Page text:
ribbon rose edges finished

This is what your rose petals will look like at this stage. Put them aside and start with one small petal.

ribon rose glue petal 1

Put a strip of hot glue in the bottom corner of your petal, and fold it down.

ribbon rose glue petal 2

Lay down another strip of hot glue and roll in your petal corner to form a bud.

ribbon rose bud

Glue the next 4 small petals around this bud, one at a time. As you glue, make sure to slightly stagger your petals so they are dispersed evenly all the way around.

ribbon rose insert stick

After five petals, glue in your stick. This is optional- you can continue without the stick if you are planning to use this ribbon rose as a hair accessory!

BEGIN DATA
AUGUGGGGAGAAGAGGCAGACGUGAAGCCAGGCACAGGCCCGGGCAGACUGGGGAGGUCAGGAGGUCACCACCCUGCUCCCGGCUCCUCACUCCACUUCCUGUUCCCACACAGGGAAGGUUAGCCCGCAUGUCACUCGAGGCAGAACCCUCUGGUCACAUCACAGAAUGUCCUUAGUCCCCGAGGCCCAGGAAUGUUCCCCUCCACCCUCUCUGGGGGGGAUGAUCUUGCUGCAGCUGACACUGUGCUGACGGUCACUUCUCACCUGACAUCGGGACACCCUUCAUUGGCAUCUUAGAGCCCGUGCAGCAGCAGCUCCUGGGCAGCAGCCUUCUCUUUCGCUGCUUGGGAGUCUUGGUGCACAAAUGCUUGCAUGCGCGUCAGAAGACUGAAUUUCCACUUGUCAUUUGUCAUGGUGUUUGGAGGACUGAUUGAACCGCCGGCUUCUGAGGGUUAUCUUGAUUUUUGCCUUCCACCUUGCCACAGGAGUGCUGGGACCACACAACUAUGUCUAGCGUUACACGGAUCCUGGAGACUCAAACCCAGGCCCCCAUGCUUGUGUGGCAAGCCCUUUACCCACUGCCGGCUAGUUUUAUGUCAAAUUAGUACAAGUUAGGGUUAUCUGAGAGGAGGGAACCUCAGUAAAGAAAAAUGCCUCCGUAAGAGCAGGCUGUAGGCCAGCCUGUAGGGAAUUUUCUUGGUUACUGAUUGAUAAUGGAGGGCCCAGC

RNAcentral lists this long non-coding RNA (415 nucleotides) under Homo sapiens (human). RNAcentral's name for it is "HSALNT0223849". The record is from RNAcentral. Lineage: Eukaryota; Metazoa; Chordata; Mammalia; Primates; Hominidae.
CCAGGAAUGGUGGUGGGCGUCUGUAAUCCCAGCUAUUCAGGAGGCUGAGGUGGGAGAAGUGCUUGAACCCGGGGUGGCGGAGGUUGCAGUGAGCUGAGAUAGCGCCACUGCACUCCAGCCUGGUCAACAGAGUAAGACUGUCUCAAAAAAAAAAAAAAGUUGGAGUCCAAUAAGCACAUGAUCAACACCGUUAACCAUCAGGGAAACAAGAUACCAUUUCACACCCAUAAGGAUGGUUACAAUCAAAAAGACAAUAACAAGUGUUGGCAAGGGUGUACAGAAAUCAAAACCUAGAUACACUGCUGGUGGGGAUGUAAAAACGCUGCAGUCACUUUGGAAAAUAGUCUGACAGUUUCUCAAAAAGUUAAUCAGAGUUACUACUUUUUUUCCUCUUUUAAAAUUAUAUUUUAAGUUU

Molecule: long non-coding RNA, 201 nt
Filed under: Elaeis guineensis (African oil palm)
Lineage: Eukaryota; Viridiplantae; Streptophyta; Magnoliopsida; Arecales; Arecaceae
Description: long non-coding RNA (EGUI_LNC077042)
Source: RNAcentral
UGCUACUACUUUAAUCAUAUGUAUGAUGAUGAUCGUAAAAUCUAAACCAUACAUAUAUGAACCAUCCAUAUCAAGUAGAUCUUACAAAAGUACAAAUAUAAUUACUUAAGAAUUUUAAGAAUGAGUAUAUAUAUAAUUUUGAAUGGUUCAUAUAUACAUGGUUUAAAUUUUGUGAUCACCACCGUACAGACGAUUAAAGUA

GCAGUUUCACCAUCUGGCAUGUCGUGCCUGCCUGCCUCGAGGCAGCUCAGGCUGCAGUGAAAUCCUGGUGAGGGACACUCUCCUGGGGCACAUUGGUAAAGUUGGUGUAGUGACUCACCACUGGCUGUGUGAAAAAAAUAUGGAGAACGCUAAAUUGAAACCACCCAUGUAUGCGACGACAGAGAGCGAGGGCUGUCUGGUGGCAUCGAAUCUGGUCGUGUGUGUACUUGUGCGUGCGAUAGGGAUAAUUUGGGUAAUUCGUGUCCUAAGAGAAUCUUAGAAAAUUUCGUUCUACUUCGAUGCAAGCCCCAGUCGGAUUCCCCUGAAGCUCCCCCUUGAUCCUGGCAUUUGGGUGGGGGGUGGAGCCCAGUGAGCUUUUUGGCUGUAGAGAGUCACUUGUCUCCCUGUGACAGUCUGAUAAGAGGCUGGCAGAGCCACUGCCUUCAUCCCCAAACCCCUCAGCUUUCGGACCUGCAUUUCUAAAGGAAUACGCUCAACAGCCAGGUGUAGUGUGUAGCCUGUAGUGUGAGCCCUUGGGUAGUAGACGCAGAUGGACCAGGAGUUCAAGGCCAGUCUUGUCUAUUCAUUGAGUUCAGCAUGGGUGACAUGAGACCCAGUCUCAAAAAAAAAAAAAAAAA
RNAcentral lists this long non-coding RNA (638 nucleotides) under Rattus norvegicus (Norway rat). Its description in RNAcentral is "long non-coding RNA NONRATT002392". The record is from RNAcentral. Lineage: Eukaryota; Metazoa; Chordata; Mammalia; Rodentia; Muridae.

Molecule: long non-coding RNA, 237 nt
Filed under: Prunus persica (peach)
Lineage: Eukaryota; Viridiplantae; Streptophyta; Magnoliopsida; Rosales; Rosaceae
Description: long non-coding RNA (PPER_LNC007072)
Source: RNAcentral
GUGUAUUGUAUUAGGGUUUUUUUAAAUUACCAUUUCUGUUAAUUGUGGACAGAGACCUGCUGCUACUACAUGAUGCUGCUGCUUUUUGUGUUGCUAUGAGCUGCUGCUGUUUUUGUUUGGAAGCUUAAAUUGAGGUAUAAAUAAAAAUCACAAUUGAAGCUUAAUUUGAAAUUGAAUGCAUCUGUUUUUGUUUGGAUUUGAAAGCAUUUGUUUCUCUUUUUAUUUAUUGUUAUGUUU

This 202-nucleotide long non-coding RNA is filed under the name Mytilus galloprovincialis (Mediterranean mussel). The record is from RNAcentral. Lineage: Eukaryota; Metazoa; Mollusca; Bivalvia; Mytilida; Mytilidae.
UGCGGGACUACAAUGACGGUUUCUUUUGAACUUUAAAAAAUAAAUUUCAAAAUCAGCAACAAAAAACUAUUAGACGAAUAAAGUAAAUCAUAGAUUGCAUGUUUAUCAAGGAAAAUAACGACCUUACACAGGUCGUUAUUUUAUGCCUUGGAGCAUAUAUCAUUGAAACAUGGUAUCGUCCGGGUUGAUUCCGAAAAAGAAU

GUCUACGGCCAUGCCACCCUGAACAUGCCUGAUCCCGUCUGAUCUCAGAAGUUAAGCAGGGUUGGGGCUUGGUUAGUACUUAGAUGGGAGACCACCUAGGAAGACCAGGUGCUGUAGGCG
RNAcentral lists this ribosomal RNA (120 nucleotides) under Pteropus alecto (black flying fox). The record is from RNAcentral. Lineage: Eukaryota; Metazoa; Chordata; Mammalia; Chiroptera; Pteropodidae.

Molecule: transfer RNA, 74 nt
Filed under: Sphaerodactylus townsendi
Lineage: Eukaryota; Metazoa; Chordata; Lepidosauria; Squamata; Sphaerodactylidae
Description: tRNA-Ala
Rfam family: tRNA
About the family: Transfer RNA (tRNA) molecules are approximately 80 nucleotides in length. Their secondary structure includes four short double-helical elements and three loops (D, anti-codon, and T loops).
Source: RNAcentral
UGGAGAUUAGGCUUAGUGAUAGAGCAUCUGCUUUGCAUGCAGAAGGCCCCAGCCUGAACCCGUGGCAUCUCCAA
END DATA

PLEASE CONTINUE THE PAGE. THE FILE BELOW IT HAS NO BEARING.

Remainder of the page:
ribbon rose layer 2

Continue to glue down small petals 6 through 10, staggering them around the bud, focusing the glue at the bottom of the petals.

ribbon rose layer 3

Glue down the last 5 large petals. As you glue, do not press them down as much as before, allowing more gaps between petal layers.

Ribbon Roses- pin 2

And there you have it! Your own rose made of ribbon!

These are beautiful in floral centerpieces and as decor accents, and can be made without the stick for fashion accessories. If you have a wedding or event coming up, consider making some of these to incorporate into your decoration or bouquets!

Here is a quick summary, feel free to pin or save this image for quick reference!

Ribbon Roses- instructional pin

I hope you enjoyed this weeks’ DIY flower! 🙂 There is one more week left, and one more DIY flower project coming your way! If you would like to vote on the next flower project I make, keep your eyes on my Instagram feed (@Throneandthimble) for your chance to decide!